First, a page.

Alibaba is Using Blockchain to Improve Consumer Confidence and Fight Food Fraud

Alibaba has launched a blockchain technology initiative to protect the authenticity of the product and improve its supply chain integrity.

The Food Trust Framework is a global Tmall initiative that aims to strengthen consumer confidence and build trust and transparency for cross-border trade through Alibaba‘s global Tmall platform.

The initiative will incorporate standards and controls, including product coding with unique QR codes and blockchain technology, in an attempt to authenticate, verify, record and deliver ongoing reports on products during the shipping process.

The initiative launched a test program with the Australian brand of vitamins Blackmores and the New Zealand milk brand Fonterra, along with Australia Post and New Zealand Post, with PwC acting as a consultant.

The program will include shipping of odorless fish oil products from Blackmores and Fonterra’s Anchor dairy products to China through Tmall Global orders.

If successful, the Framework could form the basis of a global supply chain model applied to all Alibaba Group e-commerce markets.

The move is part of an Alibaba offer to increase the trust of both consumers and suppliers on its platforms as it seeks to build its reputation globally after a number of recent hits.

The initiative is similar to a program launched by Alibaba’s rival last year, when it collaborated with IBM, Walmart and Tsinghua University National Laboratory Laboratory for E-Commerce Technologies to launch the Blockchain Food Safety Alliance in an effort to improve tracking of food and safety in China. Last month, launched a program with the InterAgri agricultural company to track the meat sold in China.

Due to the massive expansion of e-commerce, concerns about food fraud increase. According to PwC, 40% of food companies find it difficult to identify food fraud with current methods and 39% believe that their products are easily counterfeited.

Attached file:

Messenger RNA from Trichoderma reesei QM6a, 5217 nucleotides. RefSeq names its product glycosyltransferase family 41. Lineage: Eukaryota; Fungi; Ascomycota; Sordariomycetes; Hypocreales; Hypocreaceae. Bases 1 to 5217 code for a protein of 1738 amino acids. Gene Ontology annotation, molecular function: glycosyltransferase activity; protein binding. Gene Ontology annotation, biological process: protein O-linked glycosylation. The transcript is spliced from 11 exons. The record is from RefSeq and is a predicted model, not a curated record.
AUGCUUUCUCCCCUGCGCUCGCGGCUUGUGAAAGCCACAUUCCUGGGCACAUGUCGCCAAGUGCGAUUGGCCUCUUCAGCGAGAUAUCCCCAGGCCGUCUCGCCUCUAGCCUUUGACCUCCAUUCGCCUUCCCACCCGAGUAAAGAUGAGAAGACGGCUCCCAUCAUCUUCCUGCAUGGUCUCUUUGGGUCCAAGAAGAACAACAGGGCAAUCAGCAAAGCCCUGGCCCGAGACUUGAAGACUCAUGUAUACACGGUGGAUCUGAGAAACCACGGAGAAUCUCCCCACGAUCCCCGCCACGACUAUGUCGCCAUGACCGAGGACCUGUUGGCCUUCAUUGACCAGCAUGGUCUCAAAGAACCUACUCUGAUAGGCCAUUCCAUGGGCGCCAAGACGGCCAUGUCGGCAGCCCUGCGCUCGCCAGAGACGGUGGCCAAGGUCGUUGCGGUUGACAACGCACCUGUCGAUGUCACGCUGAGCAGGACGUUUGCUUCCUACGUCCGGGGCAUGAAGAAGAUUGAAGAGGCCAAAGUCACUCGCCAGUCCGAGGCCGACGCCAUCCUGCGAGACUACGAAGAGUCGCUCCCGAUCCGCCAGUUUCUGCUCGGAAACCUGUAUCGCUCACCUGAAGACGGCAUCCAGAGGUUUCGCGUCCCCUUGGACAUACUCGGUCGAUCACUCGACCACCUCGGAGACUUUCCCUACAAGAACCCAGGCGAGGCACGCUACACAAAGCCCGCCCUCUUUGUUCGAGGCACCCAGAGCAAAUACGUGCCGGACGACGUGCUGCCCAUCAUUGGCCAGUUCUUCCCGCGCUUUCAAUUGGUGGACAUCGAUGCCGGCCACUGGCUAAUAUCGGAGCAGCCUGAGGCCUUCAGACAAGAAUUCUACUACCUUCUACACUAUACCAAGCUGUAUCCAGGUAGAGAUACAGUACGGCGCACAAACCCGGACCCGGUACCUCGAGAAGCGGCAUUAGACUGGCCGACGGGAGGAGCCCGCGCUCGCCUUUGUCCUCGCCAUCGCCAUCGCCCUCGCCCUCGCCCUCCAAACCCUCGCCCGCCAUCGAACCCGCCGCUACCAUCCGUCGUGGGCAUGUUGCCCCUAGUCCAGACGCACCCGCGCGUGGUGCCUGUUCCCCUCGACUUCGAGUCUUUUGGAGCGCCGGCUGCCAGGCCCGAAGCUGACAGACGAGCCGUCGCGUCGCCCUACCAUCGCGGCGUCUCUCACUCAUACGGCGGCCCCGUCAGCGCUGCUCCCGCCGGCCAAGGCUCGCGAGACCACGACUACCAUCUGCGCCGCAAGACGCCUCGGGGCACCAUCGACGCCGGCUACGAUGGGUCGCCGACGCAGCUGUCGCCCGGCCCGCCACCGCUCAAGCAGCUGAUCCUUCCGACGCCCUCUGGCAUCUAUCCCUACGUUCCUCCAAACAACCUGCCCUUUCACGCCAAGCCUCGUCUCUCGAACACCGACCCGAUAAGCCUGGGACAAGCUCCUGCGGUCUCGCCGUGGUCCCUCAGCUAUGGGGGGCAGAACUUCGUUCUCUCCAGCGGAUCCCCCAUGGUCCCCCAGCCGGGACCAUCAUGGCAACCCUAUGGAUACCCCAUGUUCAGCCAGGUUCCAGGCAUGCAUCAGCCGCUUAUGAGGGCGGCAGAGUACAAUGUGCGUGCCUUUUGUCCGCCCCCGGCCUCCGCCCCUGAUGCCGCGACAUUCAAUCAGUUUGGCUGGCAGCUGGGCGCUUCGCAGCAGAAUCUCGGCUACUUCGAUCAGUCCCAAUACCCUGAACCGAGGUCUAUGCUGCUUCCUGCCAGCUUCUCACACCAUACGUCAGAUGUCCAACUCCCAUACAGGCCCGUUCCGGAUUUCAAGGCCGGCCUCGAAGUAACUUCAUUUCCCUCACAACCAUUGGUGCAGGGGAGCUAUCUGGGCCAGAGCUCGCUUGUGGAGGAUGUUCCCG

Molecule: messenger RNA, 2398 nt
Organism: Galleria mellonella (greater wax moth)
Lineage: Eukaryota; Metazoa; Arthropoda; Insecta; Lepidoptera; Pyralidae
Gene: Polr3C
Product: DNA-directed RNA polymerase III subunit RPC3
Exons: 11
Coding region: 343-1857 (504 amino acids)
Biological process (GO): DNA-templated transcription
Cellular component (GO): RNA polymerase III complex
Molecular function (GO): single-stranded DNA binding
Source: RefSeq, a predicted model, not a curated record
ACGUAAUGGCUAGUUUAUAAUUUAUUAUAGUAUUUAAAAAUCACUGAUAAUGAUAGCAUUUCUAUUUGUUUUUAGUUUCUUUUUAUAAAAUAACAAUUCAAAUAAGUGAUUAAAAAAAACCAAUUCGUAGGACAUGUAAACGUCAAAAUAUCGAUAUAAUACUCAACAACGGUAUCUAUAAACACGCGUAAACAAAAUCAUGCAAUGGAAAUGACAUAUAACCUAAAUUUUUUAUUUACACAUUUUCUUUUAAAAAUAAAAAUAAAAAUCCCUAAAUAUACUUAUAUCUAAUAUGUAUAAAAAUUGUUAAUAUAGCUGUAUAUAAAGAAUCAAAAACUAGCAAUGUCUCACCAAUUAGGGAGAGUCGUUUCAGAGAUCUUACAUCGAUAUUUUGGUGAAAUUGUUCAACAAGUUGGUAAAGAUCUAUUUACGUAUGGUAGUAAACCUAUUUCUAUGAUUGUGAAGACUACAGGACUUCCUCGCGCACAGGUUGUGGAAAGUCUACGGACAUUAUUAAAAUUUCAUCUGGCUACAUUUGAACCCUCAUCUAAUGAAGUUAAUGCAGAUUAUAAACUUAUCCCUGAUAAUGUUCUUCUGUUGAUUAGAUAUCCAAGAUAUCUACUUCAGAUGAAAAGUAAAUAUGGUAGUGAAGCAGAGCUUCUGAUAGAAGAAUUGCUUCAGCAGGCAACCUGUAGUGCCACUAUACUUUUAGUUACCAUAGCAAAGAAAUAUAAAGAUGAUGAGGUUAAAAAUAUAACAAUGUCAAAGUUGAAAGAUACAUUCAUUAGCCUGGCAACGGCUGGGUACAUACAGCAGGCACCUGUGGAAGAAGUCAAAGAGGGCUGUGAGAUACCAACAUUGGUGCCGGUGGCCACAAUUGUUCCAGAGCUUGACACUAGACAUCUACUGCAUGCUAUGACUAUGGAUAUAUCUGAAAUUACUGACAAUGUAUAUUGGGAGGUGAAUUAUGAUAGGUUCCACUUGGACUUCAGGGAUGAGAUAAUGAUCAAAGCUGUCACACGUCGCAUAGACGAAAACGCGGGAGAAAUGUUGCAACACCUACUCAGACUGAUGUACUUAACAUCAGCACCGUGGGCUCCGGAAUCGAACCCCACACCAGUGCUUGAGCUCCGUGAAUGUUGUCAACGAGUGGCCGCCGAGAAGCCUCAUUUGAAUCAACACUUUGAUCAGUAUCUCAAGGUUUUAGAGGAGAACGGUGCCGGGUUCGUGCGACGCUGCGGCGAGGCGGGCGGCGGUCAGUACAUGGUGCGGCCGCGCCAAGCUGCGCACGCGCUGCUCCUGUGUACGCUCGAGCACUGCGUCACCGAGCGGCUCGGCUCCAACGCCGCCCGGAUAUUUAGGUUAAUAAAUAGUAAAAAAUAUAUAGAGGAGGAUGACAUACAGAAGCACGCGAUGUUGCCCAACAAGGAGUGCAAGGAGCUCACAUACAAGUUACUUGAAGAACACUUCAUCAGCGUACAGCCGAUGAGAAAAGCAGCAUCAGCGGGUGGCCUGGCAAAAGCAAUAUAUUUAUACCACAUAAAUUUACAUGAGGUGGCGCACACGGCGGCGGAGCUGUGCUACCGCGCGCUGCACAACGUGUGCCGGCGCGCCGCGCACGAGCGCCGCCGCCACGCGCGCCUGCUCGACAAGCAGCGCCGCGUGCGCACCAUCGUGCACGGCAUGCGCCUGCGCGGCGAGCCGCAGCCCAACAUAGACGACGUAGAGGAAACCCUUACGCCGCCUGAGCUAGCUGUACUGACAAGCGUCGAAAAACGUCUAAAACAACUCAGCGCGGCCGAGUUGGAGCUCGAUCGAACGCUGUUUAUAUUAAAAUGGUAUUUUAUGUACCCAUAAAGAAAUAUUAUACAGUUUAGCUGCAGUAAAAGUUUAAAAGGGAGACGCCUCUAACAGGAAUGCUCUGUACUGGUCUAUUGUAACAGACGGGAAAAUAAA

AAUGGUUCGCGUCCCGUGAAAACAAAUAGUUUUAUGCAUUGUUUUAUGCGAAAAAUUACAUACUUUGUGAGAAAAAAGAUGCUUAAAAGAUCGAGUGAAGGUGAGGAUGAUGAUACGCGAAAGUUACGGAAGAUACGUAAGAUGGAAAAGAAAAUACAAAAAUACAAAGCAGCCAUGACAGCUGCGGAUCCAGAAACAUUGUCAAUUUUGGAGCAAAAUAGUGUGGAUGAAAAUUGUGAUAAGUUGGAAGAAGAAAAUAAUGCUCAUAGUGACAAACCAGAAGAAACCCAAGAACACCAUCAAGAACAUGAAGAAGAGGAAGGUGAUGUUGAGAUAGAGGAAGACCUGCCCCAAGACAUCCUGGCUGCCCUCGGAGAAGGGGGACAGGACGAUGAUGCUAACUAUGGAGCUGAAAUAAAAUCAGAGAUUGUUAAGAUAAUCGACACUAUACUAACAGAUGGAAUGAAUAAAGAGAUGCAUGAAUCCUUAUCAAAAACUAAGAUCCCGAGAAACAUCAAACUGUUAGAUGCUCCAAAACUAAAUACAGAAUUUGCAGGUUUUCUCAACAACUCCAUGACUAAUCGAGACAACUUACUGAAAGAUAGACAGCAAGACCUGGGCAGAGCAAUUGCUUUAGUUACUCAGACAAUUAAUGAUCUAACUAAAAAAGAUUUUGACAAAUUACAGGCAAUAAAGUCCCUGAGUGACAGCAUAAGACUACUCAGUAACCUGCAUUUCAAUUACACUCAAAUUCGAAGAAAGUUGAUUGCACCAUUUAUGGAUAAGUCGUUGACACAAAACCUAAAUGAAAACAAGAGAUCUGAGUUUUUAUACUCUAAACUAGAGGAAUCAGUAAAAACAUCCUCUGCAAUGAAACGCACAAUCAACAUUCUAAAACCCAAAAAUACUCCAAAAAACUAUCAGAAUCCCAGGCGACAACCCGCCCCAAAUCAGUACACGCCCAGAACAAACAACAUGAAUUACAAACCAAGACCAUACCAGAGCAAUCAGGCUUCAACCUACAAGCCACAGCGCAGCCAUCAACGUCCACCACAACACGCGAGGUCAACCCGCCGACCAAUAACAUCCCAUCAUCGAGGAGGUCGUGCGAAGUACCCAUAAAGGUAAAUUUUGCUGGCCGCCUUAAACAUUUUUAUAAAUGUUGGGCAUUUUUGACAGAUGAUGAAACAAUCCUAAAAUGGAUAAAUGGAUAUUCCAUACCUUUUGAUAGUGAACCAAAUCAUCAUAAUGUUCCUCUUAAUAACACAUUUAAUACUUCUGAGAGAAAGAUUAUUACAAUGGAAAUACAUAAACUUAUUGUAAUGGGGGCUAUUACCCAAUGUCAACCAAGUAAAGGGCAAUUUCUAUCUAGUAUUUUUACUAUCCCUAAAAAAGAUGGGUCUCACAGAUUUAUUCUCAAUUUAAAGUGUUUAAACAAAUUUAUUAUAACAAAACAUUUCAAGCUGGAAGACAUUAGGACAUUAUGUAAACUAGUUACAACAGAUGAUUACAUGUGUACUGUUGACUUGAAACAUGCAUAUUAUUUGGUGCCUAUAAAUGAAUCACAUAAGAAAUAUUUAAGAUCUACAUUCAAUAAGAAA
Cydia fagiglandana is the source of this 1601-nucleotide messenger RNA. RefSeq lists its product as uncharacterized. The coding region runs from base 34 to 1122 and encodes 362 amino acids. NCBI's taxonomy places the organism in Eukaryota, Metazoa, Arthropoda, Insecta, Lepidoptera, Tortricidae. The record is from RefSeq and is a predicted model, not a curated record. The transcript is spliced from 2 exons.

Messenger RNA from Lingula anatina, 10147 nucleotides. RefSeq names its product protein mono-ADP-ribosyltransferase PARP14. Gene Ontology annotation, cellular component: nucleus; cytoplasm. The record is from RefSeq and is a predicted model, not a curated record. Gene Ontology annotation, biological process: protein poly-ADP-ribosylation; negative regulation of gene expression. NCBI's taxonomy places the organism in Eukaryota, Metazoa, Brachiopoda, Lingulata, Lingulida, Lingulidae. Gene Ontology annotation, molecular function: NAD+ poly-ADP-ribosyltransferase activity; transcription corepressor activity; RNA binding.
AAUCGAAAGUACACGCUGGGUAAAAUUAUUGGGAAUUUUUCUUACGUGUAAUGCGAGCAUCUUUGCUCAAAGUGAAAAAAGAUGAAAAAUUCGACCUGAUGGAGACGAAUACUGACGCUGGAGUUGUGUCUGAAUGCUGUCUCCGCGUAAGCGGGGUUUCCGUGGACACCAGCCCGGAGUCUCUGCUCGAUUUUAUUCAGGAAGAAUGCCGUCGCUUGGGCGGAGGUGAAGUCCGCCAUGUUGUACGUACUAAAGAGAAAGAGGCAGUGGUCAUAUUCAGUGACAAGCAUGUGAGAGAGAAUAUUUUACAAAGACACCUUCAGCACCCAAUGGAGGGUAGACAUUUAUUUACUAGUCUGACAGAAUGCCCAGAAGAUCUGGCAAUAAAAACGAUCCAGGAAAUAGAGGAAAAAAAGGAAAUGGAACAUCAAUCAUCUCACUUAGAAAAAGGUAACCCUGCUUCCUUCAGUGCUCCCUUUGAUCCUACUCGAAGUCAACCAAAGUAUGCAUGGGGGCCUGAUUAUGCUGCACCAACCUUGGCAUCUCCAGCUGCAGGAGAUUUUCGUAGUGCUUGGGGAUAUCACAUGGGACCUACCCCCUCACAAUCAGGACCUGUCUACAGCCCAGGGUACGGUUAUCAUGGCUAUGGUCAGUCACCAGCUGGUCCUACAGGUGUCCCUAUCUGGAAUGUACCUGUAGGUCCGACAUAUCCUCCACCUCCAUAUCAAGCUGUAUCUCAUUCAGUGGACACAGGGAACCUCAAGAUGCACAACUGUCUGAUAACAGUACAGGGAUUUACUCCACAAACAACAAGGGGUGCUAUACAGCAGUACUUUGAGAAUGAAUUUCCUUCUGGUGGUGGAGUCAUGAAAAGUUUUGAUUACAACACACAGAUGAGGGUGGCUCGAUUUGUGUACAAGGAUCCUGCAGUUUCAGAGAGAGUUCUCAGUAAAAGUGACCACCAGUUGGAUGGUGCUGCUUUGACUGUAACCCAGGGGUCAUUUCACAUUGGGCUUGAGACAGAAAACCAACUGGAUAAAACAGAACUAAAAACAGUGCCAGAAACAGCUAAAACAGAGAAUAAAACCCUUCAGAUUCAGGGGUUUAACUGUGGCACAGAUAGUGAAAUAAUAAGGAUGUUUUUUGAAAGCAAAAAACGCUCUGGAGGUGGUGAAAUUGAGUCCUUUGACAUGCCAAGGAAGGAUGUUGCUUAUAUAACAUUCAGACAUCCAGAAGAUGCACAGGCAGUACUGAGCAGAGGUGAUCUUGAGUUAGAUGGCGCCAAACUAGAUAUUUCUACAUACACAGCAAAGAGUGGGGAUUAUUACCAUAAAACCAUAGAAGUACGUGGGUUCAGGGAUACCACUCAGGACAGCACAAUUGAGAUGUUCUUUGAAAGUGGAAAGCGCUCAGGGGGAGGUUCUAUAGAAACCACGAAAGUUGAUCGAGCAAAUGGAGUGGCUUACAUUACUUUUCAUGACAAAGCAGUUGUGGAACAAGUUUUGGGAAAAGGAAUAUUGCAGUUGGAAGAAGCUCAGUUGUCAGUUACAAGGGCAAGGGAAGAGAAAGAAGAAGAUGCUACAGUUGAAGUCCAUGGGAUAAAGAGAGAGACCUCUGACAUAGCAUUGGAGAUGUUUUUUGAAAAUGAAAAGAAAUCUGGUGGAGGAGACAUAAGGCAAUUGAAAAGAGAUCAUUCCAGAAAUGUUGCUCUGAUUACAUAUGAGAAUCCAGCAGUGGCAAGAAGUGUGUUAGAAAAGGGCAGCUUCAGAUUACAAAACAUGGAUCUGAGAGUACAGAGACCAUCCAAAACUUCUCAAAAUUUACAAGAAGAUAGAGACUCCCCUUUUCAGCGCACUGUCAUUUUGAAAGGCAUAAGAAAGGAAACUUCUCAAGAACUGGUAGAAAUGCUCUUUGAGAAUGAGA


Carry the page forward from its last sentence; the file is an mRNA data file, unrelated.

Alvin Liu, general manager of Tmall Import & Export, Alibaba Group, said: “Food fraud is a significant global challenge, in particular with the increasing complexity of supply chains. In response, we have created a coordinated, world-leading and robust structure that engages stakeholders across the supply chain to improve visibility and increase the trust of both end consumers and merchants. ”

Richard Henfrey, Managing Director of Blackmores, said: “Blackmores does everything to get visibility on our supply chain and each of our products passes 30 tests and checks before being put on sale.

Therefore, we are exploring ways to harness the technology and data that can provide our consumers with the certainty that their trust in our products is well positioned. Our commitment to quality does not end in our distribution center and we must give consumers confidence in the products they buy on e-commerce platforms. ”

Fonterra Greater China President Christina Zhu said, “Given the potential of emerging technology, including blockchain, we want to be at the forefront of developing food quality and safety standards throughout the supply chain.

In China and many other markets, we know that consumers want to be able to track the products they buy online, so we welcome the creation of a respected global framework that protects the reputation of food companies and gives more value and confidence to consumers “.

To Top